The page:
When it comes to planning your wedding, it’s tempting to procrastinate and put off thinking about the detail until you “find the time.” Setting the date is the first step; once you have it marked on the calendar, the reality of your wedding day will start to set in. If you’ve already settled on a date but have yet to start planning, start by researching the wedding planning resources available to you in your area.
It’s worth writing down the costs of your dream venue, favorite caterer and other necessities to figure out how much savings you’ll have left over to hire a professional planner. Whether you take on the responsibility yourself or hand it over to an expert, you’ll want to establish a budget to make sure you celebrate in style without breaking the bank.
Chances are you’re asking yourself not only how much hiring a wedding planner costs, but whether it’s really a necessary step towards organizing the perfect wedding. Booking a venue, decorating, organizing food and drink, and sending out invites aren’t difficult tasks on their own, but they do begin to stack up, especially if you’re working full time in the months leading up to your wedding.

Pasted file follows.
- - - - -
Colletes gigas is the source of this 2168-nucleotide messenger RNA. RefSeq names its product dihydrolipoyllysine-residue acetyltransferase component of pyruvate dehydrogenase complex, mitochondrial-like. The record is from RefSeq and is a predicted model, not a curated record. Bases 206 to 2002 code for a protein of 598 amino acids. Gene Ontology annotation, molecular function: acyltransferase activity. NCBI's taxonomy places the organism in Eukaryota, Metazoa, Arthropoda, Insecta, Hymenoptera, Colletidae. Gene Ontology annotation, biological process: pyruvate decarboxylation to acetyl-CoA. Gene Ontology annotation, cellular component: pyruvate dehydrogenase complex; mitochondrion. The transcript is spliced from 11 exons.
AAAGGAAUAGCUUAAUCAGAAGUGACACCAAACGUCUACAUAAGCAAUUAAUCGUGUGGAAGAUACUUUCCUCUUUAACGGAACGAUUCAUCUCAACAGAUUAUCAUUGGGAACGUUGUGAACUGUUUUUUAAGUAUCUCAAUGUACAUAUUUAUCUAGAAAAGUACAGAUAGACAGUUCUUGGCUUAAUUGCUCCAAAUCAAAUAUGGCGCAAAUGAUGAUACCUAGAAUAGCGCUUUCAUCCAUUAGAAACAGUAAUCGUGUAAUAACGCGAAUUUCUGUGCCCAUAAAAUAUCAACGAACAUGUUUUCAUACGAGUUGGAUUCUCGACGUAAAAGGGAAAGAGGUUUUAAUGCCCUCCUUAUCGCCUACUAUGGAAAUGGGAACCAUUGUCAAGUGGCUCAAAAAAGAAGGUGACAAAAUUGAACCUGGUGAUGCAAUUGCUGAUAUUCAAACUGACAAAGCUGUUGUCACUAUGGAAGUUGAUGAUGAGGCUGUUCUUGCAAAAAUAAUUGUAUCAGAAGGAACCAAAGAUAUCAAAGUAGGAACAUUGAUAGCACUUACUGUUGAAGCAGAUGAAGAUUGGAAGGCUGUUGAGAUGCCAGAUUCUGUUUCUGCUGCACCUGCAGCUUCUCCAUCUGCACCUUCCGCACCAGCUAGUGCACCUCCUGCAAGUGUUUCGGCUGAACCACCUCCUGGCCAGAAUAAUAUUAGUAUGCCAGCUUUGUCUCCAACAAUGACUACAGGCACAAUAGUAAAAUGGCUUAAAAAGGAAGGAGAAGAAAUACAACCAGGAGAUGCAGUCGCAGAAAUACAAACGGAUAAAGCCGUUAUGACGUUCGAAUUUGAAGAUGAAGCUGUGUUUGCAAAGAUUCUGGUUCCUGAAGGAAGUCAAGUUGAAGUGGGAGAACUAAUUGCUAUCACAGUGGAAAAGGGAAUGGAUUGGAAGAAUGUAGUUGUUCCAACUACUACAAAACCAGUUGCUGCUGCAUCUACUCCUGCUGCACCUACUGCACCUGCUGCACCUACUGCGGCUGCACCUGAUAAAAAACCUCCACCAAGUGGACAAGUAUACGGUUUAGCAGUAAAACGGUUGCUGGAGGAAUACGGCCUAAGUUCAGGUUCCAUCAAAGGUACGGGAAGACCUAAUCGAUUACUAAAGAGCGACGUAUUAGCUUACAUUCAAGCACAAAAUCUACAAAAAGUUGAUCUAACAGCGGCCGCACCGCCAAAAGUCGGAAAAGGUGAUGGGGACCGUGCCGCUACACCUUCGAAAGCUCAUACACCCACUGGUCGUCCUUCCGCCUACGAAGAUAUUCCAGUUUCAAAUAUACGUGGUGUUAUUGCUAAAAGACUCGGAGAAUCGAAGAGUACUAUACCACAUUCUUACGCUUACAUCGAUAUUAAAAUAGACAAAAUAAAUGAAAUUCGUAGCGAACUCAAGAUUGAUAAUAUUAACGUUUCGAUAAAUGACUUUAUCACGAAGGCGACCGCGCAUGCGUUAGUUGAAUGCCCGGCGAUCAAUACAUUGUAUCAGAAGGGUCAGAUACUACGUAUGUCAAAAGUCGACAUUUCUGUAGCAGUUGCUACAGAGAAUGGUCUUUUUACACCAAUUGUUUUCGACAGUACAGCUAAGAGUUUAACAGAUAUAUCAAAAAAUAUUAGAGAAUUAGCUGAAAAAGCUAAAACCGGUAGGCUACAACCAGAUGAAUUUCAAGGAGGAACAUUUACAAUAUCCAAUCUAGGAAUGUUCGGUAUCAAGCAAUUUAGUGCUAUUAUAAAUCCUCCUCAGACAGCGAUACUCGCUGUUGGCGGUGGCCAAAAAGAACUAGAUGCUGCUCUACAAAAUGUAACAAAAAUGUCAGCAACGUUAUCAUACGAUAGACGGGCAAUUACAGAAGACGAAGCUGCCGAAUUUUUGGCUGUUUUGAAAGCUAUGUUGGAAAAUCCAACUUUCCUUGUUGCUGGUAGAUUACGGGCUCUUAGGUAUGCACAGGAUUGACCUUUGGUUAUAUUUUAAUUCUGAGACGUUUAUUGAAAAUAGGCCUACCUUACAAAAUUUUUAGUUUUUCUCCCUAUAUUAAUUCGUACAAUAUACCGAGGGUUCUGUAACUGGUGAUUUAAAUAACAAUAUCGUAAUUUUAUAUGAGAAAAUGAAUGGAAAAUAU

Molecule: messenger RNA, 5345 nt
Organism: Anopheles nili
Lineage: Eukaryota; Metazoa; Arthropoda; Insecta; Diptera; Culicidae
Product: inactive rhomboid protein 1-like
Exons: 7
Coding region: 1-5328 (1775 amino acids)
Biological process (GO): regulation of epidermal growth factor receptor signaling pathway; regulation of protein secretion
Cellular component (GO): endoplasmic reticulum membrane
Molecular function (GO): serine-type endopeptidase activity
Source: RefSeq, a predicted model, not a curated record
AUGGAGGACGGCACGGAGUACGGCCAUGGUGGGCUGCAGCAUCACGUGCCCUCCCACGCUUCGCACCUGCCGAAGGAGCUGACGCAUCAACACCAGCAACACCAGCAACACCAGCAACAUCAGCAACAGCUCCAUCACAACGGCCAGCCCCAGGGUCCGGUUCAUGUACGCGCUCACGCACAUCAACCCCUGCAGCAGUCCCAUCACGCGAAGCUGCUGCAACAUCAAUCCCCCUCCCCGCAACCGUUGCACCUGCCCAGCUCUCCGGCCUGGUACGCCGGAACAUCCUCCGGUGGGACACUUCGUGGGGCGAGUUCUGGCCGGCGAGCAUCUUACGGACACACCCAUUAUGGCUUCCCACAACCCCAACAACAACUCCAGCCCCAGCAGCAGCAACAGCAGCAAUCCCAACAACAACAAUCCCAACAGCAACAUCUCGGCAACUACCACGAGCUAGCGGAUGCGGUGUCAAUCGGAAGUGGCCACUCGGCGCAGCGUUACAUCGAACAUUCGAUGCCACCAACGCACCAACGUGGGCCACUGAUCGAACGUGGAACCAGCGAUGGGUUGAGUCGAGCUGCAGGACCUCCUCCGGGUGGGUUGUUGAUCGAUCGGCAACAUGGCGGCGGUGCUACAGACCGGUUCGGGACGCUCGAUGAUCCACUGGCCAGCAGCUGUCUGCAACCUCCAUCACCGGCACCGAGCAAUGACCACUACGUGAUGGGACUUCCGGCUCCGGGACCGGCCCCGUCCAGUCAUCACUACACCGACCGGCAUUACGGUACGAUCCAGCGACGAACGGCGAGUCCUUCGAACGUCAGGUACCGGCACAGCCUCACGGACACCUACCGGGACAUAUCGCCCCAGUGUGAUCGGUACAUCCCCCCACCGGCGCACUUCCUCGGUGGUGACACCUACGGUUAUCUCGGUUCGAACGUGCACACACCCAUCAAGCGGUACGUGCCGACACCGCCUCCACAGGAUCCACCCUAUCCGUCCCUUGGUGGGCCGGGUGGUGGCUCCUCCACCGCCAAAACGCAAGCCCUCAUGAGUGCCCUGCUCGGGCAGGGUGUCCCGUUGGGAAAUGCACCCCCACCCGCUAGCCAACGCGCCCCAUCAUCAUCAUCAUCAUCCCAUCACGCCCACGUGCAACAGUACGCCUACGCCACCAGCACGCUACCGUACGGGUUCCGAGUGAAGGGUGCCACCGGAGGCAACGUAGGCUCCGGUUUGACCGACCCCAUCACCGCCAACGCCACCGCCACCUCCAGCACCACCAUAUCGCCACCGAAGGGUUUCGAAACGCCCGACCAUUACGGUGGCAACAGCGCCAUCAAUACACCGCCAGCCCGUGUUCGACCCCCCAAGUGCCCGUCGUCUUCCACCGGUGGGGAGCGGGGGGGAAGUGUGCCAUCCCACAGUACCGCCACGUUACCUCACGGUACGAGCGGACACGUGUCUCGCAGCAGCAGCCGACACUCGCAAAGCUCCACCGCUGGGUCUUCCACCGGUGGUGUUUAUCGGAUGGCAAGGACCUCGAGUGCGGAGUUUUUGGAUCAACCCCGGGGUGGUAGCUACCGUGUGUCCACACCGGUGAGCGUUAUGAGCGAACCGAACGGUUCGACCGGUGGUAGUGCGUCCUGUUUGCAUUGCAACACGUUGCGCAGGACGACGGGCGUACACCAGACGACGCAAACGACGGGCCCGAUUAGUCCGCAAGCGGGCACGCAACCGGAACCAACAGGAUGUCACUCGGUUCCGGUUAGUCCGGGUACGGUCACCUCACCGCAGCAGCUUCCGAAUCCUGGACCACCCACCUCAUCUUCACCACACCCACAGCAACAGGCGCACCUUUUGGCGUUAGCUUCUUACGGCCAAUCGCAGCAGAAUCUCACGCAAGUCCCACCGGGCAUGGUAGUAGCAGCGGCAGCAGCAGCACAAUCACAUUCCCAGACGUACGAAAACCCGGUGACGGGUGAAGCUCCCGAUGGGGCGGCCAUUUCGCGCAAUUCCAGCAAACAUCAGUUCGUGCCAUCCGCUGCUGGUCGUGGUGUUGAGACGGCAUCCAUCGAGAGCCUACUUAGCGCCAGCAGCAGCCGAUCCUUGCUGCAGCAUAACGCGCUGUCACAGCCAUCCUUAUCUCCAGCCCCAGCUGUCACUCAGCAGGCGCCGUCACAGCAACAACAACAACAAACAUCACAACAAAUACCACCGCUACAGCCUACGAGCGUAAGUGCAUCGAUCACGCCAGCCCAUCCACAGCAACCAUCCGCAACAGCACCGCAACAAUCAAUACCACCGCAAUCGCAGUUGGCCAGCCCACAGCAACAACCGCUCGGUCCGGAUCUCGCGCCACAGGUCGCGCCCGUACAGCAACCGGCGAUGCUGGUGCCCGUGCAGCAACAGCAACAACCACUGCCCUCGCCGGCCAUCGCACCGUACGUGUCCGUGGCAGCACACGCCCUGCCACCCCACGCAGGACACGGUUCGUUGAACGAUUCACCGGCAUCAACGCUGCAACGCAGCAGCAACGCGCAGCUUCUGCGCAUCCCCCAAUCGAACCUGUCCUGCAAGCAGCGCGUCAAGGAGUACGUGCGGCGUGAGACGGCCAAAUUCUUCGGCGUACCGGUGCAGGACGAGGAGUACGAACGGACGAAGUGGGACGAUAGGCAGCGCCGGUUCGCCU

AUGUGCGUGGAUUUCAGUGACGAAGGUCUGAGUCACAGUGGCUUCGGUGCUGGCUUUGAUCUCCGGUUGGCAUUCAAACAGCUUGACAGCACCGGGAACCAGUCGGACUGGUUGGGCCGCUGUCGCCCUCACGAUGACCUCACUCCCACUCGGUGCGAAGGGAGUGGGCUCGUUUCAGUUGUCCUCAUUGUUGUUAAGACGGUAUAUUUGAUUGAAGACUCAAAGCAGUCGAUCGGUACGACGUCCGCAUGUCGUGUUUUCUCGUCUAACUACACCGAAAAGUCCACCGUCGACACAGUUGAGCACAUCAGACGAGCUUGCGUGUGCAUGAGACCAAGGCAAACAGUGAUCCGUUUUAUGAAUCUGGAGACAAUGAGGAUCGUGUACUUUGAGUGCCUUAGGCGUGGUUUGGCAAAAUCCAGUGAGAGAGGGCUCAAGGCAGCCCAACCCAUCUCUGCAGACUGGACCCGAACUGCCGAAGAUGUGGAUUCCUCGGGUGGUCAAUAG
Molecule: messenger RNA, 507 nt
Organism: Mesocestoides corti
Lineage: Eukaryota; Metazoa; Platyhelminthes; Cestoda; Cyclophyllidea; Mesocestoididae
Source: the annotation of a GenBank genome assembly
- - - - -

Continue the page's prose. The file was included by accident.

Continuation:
Most venues, suppliers and vendors have to be booked well in advance and there’s a timeline to inviting guests and arranging logistics ahead of the big day. Communication, availability and the ability to troubleshoot become extra important; when you’re dealing with so many moving parts, you’ll have to work out the kinks along the way.
Experienced wedding planners will already have a structured timeline they can tailor specifically to your needs. Your initial consultation with a planner gives you the opportunity to set a clear budget, scale and vision for your wedding.
Hiring a professional can often save you money in the long run; they are the one with the network and connections to venues and vendors that fit within your budget. They may even be able to score you deals and packages that you wouldn’t have known to look for otherwise.